‘How will you manage a career with kids?’ I felt broken. Who was I if I never became a mom?’: Woman balances career with motherhood, ‘You have the power to CHOOSE’

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“I can’t exactly remember the first time it happened… or the second… or the third. But starting around the age of 25, friends, family, distant family, distant friends of friends, and random people on the internet all started asking me those inappropriate questions about my life.

‘When are you going to get married?’

‘When is he going to put a ring on your finger?’

‘When are you going to have kids?’

‘How are you going to manage your career when you have kids?’

While often well-intentioned, these questions created a set of subconscious rules I so desperately wanted to live up to while simultaneously fighting them at the same time.

Courtesy of Laura Wieck

Still, I smiled and did a fake little laugh whenever someone asked because, well, isn’t the number one rule for all women to be polite?

When my husband and I finally purchased our first home in 2013, we decided it was time for us to start having kids. He had just graduated from school and was starting his career as an athletic trainer while I was building my massage practice and starting to incorporate coaching into my work. I called it BodyMind Coaching, and there is something so powerful about the process. I knew I was onto something.

At first, we did the ‘just have fun’ plan for getting pregnant. However, my husband worked long hours and my work was physically draining, so our attempts to keep it light and easy quickly waned. Within a few months, we upped our fertility game with daily ovulation testing, supplements that turned my pee bright yellow, weekly acupuncture appointments, crystals, meditations, all the woo-woo recommendations, and of course, poses and positions to increase conception.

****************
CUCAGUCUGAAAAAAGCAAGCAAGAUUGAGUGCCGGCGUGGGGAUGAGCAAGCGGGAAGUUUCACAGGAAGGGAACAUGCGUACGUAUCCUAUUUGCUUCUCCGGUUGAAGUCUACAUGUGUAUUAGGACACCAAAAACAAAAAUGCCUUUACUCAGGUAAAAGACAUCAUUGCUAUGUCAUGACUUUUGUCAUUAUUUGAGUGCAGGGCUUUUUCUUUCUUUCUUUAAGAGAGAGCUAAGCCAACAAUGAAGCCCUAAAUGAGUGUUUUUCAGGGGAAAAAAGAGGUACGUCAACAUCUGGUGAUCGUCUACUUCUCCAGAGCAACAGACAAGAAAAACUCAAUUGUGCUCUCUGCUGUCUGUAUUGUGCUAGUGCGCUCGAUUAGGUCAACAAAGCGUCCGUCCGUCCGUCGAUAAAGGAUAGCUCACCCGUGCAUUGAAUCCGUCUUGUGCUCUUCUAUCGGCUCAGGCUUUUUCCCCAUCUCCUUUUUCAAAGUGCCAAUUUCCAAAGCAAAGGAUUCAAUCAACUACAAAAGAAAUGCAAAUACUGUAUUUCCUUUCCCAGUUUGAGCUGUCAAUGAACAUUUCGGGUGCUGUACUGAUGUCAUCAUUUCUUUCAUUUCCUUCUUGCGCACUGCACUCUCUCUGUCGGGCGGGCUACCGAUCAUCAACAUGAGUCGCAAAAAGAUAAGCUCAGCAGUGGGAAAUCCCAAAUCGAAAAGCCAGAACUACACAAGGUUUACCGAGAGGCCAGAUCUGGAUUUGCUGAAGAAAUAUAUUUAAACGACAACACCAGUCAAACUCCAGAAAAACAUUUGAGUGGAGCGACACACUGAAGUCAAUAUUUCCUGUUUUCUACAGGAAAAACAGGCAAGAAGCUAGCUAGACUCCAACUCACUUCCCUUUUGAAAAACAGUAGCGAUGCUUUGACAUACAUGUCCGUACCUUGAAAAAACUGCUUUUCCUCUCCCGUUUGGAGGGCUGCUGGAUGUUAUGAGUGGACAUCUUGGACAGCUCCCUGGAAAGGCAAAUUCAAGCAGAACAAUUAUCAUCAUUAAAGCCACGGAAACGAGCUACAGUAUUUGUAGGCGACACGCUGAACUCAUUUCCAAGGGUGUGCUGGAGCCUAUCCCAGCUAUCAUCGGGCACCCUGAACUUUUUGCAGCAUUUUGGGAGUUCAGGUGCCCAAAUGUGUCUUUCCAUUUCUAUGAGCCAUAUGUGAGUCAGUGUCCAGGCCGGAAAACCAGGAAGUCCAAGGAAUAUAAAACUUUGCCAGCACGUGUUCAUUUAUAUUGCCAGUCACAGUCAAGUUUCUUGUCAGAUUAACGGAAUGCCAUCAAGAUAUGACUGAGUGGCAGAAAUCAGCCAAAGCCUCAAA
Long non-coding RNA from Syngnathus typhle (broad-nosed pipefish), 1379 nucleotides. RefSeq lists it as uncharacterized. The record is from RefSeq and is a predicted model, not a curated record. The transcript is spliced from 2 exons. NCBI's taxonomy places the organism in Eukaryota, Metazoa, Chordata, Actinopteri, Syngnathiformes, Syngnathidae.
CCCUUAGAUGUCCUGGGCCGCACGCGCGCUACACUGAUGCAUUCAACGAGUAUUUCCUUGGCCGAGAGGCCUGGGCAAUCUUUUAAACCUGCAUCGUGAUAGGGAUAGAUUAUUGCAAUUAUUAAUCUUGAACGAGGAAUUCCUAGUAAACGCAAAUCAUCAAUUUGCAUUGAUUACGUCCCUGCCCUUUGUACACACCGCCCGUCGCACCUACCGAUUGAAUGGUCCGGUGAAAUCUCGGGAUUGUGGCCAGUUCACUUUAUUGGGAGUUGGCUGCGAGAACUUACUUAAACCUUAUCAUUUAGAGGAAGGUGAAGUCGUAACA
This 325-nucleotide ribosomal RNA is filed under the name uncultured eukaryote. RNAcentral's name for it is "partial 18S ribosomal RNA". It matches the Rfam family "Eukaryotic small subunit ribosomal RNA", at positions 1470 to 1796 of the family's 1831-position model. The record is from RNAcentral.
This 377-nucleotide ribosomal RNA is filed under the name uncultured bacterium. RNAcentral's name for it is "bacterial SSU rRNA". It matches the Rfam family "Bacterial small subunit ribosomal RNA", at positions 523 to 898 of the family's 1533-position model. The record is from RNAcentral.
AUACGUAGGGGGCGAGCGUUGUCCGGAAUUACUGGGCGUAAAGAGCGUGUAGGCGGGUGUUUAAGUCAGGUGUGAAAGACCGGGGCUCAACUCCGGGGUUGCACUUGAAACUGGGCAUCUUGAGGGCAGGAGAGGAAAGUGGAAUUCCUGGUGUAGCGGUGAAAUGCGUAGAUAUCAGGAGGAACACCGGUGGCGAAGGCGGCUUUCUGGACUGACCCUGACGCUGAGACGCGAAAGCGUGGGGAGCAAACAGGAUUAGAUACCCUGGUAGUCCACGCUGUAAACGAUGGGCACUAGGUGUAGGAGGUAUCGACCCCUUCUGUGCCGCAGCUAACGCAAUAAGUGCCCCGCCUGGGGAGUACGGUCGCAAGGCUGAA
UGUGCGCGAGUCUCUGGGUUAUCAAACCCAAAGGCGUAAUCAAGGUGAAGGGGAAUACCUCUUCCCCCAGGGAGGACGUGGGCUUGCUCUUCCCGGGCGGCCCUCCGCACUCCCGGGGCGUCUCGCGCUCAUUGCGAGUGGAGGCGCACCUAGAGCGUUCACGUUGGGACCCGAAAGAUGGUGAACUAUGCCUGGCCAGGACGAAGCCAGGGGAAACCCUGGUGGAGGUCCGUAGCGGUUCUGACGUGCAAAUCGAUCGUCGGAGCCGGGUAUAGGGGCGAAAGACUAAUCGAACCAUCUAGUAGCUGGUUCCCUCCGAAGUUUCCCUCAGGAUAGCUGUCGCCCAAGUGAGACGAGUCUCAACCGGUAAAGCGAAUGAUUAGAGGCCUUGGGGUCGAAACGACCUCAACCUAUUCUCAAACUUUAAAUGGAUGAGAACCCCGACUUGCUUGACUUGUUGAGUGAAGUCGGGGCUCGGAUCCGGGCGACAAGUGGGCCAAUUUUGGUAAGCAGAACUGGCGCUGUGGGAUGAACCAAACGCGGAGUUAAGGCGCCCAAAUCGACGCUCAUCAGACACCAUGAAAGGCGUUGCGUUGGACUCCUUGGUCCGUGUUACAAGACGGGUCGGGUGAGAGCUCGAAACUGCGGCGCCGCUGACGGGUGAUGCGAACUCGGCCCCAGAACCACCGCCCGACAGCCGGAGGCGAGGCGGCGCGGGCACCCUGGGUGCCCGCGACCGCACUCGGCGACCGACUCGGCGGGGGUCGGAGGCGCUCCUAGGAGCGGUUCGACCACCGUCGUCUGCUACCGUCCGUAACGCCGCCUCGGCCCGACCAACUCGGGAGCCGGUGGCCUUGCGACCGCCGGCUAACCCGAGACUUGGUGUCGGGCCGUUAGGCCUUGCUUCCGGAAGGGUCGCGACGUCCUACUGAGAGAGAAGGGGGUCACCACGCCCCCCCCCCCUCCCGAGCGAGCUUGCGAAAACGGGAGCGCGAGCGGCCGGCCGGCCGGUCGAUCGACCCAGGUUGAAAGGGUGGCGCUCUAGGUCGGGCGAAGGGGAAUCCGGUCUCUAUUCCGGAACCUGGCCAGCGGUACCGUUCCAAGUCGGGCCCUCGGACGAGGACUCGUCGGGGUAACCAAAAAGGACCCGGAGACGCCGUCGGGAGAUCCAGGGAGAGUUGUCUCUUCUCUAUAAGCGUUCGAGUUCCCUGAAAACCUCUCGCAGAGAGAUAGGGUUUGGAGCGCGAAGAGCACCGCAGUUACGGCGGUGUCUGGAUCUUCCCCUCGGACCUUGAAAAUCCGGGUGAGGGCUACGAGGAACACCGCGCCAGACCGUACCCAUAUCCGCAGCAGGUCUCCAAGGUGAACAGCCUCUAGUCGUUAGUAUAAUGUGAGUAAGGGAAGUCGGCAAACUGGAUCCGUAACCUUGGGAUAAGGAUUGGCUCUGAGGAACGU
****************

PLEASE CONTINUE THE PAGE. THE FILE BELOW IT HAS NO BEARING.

At some point, the ‘just have fun’ slipped away and a year had passed with no baby. Every month was its own rollercoaster ride. I would get hyper-focused on any teeny tiny possible sign of conception and then be heartbroken a week later when my period started again.

Then I would run into that old friend, or in one case, my high school biology teacher, and they would ask that question: ‘So when are you going to have a few rug rats of your own?’

I didn’t smile. I didn’t care about being polite. I felt broken. Who was I if I couldn’t get pregnant? Who was I if I never became a mother? Who was I if my life didn’t match the expectations the world had placed upon me?

Courtesy of Laura Wieck

2 years passed as we attempted to get pregnant naturally without any luck. While the family track was not going to plan, the business track was amazing. As a massage therapist, I had reached the pinnacle of success—my practice was booked solid with amazing clients. I truly felt like I was making an impact on my clients’ lives.

Physically, though, I was exhausted. When my husband and I met with a fertility doctor, I wasn’t surprised when he told us our chances of conceiving naturally were less than four percent. He recommended we start IVF as soon as possible. I held my breath as he pulled out the packet of information on IVF. He went down the list of types of treatments and circled the most expensive item. My husband gently squeezed my hand as I started to do the math, figuring out how many extra clients I would have to see in order to afford the treatment.

That’s when the doctor said something that broke my brain. ‘Oh, and Laura,’ he said, with no empathy whatsoever, ‘since your work is physical, I recommend cutting back on the amount of hours you work to increase your chance of conception.’

My heart dropped. Any possibility of becoming a mother felt like it left the building and I was left with an empty womb, never fulfilling its duty. How would we ever be able to find an additional $15,000 while I worked less? It seemed impossible. We left that meeting, hand-in-hand, determined to figure it out.